Tue 27 October 2015
tl;dr: We enable ad-hoc distributed computations with a concurrent.futures interface.
distributed project prototype provides distributed computing on a cluster
in pure Python.
distributed.Executor interface mimics the
concurrent.futures stdlib package.
from distributed import Executor executor = Executor('192.168.1.124:8787') # address of center-node in cluster def inc(x): return x + 1 >>> x = executor.submit(inc, 1) >>> x <Future: status: waiting, key: inc-8bca9db48807c7d8bf613135d01b875f>
The submit call executes
inc(1) on a remote machine. The returned future
serves as a proxy to the remote result. We can collect this result back to the
local process with the
>>> x.result() # transfers data from remote to local process 2
However, we don't want to do this; moving data from remote workers to the local
process is expensive. We avoid calling
By default the result of the computation (
2) stays on the remote computer
where the computation occurred. We avoid data transfer by allowing
calls to directly accept futures as arguments:
>>> y = executor.submit(inc, x) # no need to call x.result()
The computation for
y will happen on the same machine where
x lives. This
interface deviates from
concurrent.futures where we would have to wait on
y. We no longer have to do the following:
>>> y = executor.submit(inc, x.result()) # old concurrent.futures API
This is useful for two reasons:
- Avoids moving data to the local process: We keep data on the distributed network. This avoids unnecessary data transfer.
- Fire and forget: We don't have to reason about which jobs finish before which others. The scheduler takes care of this for us.
Ad hoc computations
For ad-hoc computations we often want the fine-grained control that a simple
executor.submit(func, *args) function provides. Ad-hoc
computations often have various function calls that depend on each other in
strange ways; they don't fit a particular model or framework.
We don't need this fine-grained control for typical embarrassingly parallel
work, like parsing JSON and loading it into a database. In these typical cases
the bulk operations like
reduce provided by MapReduce or Spark fit
However when computations aren't straightforward and don't fit nicely into a
framework then we're stuck performing
join gymnastics over
strange key naming schemes to coerce our problem into the MapReduce or Spark
programming models. If we're not operating at the petabyte scale then these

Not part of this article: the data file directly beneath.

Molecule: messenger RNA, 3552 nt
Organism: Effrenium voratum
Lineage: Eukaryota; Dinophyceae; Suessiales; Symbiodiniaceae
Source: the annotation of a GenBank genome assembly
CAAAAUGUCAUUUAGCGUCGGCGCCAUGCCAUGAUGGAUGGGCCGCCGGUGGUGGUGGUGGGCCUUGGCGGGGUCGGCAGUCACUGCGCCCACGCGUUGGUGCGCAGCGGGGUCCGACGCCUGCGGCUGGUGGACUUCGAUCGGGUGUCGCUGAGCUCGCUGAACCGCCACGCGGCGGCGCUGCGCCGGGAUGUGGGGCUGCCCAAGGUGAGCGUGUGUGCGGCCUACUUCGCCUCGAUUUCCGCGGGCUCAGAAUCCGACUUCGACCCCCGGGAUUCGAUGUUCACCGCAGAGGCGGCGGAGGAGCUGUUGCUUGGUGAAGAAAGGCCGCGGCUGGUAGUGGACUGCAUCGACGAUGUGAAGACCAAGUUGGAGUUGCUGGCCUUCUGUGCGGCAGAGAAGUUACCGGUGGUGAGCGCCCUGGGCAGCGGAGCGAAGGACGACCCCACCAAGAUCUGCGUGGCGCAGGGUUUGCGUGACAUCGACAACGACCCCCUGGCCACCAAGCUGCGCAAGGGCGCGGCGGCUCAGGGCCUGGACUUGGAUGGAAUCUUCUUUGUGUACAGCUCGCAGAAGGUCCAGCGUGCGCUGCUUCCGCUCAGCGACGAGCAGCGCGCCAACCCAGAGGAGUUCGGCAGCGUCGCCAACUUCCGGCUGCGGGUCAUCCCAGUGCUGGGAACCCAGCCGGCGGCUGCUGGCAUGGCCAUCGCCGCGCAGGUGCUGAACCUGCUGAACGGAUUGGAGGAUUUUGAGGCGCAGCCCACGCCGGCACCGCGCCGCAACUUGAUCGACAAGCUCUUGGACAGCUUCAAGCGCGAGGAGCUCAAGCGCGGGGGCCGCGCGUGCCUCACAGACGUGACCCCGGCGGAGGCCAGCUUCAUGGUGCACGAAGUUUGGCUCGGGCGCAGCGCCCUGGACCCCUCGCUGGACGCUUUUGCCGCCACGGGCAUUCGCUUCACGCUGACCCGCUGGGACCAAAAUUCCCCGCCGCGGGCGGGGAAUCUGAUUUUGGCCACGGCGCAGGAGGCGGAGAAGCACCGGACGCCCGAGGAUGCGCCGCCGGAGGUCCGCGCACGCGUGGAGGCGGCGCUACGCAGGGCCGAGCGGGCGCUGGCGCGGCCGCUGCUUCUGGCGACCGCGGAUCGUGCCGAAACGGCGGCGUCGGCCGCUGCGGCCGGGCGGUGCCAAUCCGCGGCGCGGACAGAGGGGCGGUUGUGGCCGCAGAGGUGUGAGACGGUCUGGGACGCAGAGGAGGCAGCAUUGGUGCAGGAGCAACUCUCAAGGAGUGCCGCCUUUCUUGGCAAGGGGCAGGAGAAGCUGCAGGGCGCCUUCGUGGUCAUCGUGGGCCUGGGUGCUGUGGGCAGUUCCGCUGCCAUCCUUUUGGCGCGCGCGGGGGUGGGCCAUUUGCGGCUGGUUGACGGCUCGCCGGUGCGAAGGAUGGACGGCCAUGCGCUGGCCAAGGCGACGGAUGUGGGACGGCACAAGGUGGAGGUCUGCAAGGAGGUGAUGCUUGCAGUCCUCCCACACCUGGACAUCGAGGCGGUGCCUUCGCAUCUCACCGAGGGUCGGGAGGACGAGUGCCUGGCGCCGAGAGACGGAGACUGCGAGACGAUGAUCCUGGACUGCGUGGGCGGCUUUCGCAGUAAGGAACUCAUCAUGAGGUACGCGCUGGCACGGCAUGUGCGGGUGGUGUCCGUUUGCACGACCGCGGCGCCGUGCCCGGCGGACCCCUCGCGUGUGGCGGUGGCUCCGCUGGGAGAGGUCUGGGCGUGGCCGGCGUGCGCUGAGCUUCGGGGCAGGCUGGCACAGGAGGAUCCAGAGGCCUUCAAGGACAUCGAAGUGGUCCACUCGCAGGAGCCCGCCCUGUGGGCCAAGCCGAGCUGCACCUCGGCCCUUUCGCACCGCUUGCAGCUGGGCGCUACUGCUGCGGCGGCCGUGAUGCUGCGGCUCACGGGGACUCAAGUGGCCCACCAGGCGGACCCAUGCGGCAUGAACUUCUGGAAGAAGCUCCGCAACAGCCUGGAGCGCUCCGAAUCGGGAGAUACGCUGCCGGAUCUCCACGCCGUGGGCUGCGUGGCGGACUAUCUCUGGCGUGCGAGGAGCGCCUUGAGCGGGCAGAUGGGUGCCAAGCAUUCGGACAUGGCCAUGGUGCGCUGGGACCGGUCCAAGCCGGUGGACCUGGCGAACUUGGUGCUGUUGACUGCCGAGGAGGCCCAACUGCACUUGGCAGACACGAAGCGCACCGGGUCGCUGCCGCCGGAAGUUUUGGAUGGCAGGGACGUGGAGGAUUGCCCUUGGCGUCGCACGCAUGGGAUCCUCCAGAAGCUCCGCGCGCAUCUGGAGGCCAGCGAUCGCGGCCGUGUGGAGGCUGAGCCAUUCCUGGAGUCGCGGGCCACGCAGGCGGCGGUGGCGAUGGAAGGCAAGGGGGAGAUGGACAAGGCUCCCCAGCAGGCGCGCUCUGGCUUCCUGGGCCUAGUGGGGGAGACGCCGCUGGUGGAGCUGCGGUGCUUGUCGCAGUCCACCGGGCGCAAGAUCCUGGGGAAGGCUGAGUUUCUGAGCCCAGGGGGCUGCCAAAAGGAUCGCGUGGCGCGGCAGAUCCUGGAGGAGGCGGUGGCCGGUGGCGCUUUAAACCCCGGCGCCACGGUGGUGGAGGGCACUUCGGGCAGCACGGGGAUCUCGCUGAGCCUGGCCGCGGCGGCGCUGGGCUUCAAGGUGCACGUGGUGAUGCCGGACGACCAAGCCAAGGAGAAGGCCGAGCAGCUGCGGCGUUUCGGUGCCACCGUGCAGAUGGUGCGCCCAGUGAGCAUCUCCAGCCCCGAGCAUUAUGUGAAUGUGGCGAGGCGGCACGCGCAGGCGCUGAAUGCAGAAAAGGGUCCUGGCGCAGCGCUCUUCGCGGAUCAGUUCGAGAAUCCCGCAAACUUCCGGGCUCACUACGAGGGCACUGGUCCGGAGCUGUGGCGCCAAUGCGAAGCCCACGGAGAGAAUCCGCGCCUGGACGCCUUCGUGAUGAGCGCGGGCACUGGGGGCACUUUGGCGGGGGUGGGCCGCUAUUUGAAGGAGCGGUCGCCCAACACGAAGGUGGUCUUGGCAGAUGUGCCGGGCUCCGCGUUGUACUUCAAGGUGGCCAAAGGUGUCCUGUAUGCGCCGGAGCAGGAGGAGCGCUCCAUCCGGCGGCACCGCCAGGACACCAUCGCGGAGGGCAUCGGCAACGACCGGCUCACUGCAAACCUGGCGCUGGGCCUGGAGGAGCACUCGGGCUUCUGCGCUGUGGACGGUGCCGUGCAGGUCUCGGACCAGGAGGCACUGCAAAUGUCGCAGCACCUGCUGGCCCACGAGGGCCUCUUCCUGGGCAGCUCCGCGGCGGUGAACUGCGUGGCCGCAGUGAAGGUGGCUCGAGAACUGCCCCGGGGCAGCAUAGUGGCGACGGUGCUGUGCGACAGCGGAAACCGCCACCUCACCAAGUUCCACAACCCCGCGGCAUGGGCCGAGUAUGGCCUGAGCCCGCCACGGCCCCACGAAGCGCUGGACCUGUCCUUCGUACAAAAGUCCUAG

programming models might be overkill.
.submit function has an overhead of about a millisecond per call (not
counting network latency). This might be crippling at the petabyte scale, but
it's quite convenient and freeing at the medium-data scale. It lets us use a
cluster of machines without strongly mangling our code or our conceptual model
of what's going on.
Example: Binary Tree Reduction
As an example we perform a binary tree reduction on a sequence of random arrays.
This is the kind of algorithm you would find hard-coded into a library like Spark or dask.array/dask.dataframe but that we can accomplish by hand with some for loops while still using parallel distributed computing. The difference here is that we're not limited to the algorithms chosen for us and can screw around more freely.
finish total single array output ^ / \ | z1 z2 neighbors merge | / \ / \ | y1 y2 y3 y4 neighbors merge ^ / \ / \ / \ / \ start x1 x2 x3 x4 x5 x6 x7 x8 many array inputs
- Make sixteen, million element random arrays on the cluster:
import numpy as np xs = executor.map(np.random.random,  * 16, pure=False)
- Add neighbors until there is only one left:
while len(xs) > 1: xs = [executor.submit(add, xs[i], xs[i + 1]) for i in range(0, len(xs), 2)]
- Fetch final result:
>>> xs.result() array([ 2.069694 , 9.01727599, 5.42682524, ..., 0.42372487, 1.50364966, 13.48674896])
This entire computation, from writing the code to receiving the answer takes well under a second on a small cluster. This isn't surprising, it's a very small computation. What's notable though is the very small startup and overhead time. It's rare to find distributed computing systems that can spin up and finish small computations this quickly.
Various other Python frameworks provide distributed function evaluation. A few
are listed here
. Notably we're stepping on the toes of
SCOOP, an excellent library that also
provides a distributed
distributed project could use a more distinct name. Any suggestions?
For more information see the following links: